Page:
In the 1st and 2nd texts, I had talked about my thoughts about the Pope Francis since I had read a very good article from the National Geographic magazine about his life and his new role in the Catholic Church and the Vatican State. I also emphasized he was going to make an effort for new changes take place in matter of moralism, reform, family, same sex marriage's attitude (no changes, but tolerance) and priests' compulsory condition of celibate.
New readings have forced me to change my idea about Mr Bergoglio.
One day before the meeting for family affairs or the Sinodous for the Family was going to take place, the chief of the very old 'Inquisition,' that is to say, the one that is related with Faith, Krzysztof Charamsa, officially announced that he was in love with another man. He did have a homosexual relationship, and he openly told the World 'he knew very honest and good gay couples like him' in the newspaper Il Corriere della Sera.
At the same time, the Pope had made a meeting with Kim Davis (a US clerck who doesn't want to marry gay couples.) I don't question whether she was right or not. I think she has that option, but what about the Pope? Then, he also met some gay friends, it's said.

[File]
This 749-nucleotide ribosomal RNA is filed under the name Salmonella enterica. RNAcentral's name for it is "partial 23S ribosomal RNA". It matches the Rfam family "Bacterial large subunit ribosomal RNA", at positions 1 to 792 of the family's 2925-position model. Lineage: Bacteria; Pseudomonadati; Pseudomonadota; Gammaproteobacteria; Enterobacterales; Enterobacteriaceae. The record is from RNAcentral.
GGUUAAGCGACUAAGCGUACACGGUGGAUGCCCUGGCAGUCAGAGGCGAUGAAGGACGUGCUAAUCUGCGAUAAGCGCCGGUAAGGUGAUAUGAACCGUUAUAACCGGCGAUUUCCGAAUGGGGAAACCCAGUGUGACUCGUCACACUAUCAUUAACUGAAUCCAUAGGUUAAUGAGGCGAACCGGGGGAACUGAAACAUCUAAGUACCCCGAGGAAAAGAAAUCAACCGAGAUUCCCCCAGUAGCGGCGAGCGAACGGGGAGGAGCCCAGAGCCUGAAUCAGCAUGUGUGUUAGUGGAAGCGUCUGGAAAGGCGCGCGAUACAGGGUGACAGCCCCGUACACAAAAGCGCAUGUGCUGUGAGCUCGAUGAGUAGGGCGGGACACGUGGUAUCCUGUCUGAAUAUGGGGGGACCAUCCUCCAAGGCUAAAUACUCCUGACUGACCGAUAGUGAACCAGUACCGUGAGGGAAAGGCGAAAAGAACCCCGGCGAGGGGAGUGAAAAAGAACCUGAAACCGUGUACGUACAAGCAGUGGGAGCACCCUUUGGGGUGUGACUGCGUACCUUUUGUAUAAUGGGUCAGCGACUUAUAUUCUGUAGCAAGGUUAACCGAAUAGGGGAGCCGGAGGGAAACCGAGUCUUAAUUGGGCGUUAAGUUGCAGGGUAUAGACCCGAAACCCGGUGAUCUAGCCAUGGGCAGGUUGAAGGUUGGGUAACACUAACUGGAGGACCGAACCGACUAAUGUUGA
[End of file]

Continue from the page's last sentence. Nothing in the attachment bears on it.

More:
Behind all these facts, there's a letter signed by Mr R. Varela (Spanish upper class bishop) among other bishops and followers, which tries to modify Pope Francisco's attitude towards a close and orthodox fixed conservative position. There are other conservative and non-conservative movements inside the church and outside it, so there is too much expectation and pressure on Francisco's movements, words or thoughts. The strongest one is the one from the Church itself, for sure, but will the Roman Curia be more important than faith or will the catholic peoples' weight be stronger than any personal commandment and finally decide what Jesus' actual way is?
Most people think there's no chance: there will be no changes, it's said.
Anyways, the Vatican itself is changed since Francis I became Pope. It is a similar situation, seen back in time, like when Pope John XXIII made the New Concilium Vatican 2nd (still running.)